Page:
Linda Giorgilli Rice was a caregiver for her father, who had Parkinson’s disease and dementia. He passed away in 2009. Linda is involved in advocacy and is writing a book about her caregiving experience.
Star light, Star bright,
First star I see tonight
I am working hard to finish a book I began writing three years ago. It is about my father, his battle with Parkinson’s disease, my role as his caregiver and my journey into advocacy. This journey has taught me more than I ever imagined. It continues to challenge me. It has opened my eyes and my heart. It prompts me to share what I already know from my own experience, as it continually teaches me answers (and new questions) to those problems that Parkinson’s disease created when it entered my world. I have often referred to Parkinson’s as the “uninvited guest.” It would seem Parkinson’s disease is not now and has never been a guest on anyone’s invitation list. Still, once it has arrived, it leaves no choice but to rearrange life and find ways to accept it. It creates a requirement for change where change had not been anticipated.
I love the thesaurus. I look up the word “acceptance” and find the following: acceptance – an attitude of accepting a difficult or unpleasant situation because you know that it cannot be changed or avoided. I pay attention to the other entries for acceptance. They include: patience – the ability to continue doing something for a long time without losing interest, especially something difficult; strength – the ability to achieve something, even in a difficult situation; forbearance – the ability to be polite, calm, and patient in a difficult situations; patience (listed again) – the ability to wait for a long time without becoming angry or upset; and patience (listed yet once more) – the ability to accept situations that you do not like without becoming angry or upset.
This article is for the caregivers who share their lives with a person who has Parkinson’s disease. They may be a spouse, parent, child, sibling, extended family member or a friend. I recently replayed a video I have watched many times before. In the video, people with Parkinson’s who are participating in the Parkinson’s Unity Walk are interviewed. One woman, who has Parkinson’s, talks about those who choose to stay when a loved one is given a diagnosis. She says that people with Parkinson’s have no choice in living with Parkinson’s, but that it is those who do have a choice and make the choice to stay, who are truly special. You might feel you cannot imagine anyone abandoning a loved one due to disease, but sadly it can and does happen.
It is important to recognize that Parkinson’s disease affects the caregiver in a very troubling way. Disease steals not only from the person who has it, but also from all who love and care for that person. The emotional and physical toll is very real, and the issues with guilt, sadness, the inability to "fix" the person you love, and a constant desire to be perfect when perfection is not possible haunt any caregiver. Caregivers feel the very real impact of the disease.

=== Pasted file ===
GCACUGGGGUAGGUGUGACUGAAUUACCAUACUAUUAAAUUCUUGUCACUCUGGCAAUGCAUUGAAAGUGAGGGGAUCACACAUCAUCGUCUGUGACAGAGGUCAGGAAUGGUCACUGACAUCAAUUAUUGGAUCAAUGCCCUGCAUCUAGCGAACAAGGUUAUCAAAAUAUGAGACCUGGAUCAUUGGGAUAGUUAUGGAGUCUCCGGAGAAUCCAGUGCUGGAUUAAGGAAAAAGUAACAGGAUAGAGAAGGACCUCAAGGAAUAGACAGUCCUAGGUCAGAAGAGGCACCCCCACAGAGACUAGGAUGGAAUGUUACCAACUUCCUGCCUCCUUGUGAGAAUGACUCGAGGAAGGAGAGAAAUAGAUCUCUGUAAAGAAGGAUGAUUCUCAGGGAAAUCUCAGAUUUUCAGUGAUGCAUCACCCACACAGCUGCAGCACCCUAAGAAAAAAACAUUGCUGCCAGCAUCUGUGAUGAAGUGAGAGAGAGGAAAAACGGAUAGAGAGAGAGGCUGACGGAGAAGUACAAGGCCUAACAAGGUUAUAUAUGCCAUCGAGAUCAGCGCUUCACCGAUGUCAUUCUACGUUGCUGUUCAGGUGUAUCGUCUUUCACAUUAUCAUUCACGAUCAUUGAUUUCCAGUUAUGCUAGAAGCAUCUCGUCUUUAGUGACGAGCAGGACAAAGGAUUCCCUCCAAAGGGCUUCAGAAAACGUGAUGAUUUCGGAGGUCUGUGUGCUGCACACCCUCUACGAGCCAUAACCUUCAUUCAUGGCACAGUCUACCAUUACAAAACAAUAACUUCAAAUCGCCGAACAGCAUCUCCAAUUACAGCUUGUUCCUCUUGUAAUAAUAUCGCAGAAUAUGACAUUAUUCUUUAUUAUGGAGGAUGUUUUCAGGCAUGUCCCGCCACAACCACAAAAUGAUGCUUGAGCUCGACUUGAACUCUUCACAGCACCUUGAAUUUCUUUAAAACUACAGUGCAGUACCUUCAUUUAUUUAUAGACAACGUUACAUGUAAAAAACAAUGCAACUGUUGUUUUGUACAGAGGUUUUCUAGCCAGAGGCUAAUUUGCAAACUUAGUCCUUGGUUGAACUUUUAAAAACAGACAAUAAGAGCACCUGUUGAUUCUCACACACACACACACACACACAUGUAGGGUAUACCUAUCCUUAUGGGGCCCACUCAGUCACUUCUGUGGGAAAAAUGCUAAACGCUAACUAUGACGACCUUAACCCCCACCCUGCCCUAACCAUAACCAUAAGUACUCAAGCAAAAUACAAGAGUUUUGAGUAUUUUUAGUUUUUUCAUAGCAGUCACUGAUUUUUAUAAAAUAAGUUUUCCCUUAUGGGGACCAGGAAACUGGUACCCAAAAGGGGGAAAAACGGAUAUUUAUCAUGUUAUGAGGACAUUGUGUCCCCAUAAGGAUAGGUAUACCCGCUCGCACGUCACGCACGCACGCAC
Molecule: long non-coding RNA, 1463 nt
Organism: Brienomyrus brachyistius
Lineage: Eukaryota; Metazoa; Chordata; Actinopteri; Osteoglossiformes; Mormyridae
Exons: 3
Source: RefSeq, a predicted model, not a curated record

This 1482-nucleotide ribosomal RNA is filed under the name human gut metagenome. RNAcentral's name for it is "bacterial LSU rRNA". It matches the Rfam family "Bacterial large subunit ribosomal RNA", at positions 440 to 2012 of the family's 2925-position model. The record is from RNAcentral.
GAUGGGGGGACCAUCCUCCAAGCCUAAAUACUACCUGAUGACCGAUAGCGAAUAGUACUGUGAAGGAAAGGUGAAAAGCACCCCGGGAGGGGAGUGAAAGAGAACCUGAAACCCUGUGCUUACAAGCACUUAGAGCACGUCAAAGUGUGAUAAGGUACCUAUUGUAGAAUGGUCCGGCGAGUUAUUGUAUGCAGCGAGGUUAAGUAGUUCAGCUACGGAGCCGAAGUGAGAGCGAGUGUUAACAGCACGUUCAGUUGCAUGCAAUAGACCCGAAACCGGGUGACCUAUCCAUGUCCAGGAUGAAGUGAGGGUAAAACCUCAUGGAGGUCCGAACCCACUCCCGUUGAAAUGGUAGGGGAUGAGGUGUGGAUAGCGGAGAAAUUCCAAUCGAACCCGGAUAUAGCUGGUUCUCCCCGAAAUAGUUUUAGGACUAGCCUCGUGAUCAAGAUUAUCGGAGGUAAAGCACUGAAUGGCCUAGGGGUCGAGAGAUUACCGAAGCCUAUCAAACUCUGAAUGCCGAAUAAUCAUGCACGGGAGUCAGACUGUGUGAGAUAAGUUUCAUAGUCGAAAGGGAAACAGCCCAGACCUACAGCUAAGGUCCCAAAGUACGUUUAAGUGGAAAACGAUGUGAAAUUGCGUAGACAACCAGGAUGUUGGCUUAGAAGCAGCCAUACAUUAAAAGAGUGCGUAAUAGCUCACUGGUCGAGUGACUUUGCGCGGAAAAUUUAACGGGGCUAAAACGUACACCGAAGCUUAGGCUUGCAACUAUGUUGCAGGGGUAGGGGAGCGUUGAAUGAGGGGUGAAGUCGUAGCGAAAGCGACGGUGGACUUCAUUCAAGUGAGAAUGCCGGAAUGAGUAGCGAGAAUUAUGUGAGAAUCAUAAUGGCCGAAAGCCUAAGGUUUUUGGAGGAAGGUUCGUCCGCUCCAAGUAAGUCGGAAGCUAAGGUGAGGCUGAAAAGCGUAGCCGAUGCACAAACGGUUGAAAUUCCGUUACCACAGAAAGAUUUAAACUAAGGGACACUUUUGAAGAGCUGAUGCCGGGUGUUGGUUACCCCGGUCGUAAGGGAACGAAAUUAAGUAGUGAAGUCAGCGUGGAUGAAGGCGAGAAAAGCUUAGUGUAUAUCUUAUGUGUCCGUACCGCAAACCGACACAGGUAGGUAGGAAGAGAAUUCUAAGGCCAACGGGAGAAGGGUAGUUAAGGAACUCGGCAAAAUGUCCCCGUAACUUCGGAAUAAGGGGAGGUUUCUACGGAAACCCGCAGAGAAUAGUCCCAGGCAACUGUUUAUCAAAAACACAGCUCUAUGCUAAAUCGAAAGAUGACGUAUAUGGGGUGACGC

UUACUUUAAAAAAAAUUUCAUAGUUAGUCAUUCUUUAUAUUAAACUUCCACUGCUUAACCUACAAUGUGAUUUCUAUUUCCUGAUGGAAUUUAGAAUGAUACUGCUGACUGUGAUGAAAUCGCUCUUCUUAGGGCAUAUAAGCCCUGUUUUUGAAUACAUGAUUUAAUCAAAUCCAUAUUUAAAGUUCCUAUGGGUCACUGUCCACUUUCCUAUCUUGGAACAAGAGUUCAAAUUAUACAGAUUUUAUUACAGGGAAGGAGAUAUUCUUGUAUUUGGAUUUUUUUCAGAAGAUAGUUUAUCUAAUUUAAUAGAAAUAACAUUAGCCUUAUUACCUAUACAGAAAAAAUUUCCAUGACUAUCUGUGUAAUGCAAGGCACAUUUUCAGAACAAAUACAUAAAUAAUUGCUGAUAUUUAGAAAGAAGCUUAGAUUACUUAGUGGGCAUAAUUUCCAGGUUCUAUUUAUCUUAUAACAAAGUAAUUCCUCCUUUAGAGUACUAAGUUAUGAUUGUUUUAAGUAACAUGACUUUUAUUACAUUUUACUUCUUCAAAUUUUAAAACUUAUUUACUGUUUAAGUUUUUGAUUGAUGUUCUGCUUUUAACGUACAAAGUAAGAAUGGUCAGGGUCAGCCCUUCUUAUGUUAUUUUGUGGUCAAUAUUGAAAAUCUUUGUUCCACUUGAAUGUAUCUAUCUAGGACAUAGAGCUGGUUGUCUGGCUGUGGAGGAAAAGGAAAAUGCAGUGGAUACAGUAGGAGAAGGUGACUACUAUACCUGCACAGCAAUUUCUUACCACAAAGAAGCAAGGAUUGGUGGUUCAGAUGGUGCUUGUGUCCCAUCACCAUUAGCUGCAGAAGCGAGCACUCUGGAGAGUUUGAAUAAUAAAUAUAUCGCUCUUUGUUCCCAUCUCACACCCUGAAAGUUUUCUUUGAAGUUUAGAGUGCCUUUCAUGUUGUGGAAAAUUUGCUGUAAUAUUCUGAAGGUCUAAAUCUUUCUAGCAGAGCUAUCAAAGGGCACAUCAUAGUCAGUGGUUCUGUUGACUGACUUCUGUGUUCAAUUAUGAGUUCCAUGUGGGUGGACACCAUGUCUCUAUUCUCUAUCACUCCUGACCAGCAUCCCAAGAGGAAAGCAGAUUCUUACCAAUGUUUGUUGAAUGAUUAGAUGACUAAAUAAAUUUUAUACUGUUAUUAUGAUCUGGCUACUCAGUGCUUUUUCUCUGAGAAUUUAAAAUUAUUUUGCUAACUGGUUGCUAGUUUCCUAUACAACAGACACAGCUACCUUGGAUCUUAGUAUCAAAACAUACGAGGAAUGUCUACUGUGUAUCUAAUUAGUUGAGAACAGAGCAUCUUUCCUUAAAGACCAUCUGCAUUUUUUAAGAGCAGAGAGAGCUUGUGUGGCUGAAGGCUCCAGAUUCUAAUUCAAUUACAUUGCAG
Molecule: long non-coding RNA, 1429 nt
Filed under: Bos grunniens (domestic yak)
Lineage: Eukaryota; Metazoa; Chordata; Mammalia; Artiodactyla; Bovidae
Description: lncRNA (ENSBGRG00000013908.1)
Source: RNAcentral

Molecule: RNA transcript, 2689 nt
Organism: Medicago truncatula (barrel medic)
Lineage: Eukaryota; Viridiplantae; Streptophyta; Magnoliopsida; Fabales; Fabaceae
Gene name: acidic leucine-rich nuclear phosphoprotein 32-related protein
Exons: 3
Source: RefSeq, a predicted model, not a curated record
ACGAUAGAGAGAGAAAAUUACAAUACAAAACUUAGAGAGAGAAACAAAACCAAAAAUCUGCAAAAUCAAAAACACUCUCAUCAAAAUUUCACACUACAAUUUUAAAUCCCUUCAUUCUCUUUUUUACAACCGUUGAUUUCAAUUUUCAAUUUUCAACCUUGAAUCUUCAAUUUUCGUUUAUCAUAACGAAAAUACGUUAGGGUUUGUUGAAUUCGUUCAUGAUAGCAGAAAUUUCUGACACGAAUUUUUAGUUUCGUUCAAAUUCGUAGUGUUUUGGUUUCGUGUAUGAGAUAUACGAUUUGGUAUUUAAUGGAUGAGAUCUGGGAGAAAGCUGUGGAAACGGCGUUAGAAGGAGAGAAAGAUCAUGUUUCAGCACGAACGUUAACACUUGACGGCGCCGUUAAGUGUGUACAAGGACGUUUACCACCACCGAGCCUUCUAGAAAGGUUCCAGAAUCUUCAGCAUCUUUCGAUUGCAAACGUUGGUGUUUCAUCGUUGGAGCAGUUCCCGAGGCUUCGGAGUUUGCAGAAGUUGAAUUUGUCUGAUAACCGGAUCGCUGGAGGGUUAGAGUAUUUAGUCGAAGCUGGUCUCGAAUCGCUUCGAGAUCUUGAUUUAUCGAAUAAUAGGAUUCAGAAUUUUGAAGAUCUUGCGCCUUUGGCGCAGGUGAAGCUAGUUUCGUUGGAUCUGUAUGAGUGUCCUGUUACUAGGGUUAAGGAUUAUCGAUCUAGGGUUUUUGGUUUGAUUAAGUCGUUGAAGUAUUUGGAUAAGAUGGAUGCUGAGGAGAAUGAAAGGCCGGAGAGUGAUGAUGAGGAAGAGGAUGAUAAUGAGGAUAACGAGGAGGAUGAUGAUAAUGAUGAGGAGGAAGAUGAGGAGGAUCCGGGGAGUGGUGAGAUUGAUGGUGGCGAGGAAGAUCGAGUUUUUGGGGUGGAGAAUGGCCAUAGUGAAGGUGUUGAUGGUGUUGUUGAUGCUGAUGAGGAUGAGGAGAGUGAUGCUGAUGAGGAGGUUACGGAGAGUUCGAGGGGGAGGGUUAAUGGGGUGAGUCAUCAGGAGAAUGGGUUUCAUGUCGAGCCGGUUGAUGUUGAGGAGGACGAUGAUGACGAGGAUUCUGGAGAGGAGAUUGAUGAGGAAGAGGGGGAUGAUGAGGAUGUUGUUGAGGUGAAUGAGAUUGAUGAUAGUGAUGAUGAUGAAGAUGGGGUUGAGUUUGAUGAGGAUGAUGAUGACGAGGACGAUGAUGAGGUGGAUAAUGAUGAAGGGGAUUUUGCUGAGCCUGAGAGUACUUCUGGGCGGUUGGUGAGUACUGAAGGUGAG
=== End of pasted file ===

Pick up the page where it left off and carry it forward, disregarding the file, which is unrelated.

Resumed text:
The role of caregiver is one that challenges your emotions. Because it requires adapting to a situation that is difficult to prepare for, it is easy to feel like you are not doing things just right. There is often guilt from unrealistic expectations of your own abilities as caregiver with this very unpredictable disease. Parkinson’s is a disease where the one consistency is the disease’s inconsistency! No person is affected in exactly the same way as another. There is no crystal ball to even help define what symptoms a person will experience within a day, or from day to day. The progression of the disease is very individual and almost impossible to predict.
It has been four years since my father passed away. I had counseling that helped me a great deal, but I still find I question myself over so much. My own experience taught me plenty about feeling guilt and the "could have, would have, what if, and if only" thoughts that a caregiver lives with. There are these large expectations of one’s self in caregiving. It is very difficult learning to accept that you can only do your best and must let go of any desire to be perfect.
Caregiving always involves the process of trial and error. There will be plenty of disappointment over perceived imperfections. It would be wonderful if we could think of those imagined “imperfections” in caregiving as being nourishment to a sprouting seed, one that absorbs the nutrients, slowly developing a strong stem and then producing leaves upon that stem. Finally, we witness a bloom that bursts into a beautiful flower, the petals as delicate symbols of love and devotion. We nurture this flower. We learn to pull the weeds that threaten to strangle the flower. Like our nurturing of that flower, we continue to do our best, and by doing so we suffocate the grasp of Parkinson’s disease. We begin to learn what works and find with perseverance we reach as close to the sun as possible. Keep reaching. It is sometimes through a sky blanketed with clouds that the brightest ray of light shines through. Be good to yourself.
I wish I may,
I wish I might,
Have this wish
I wish tonight.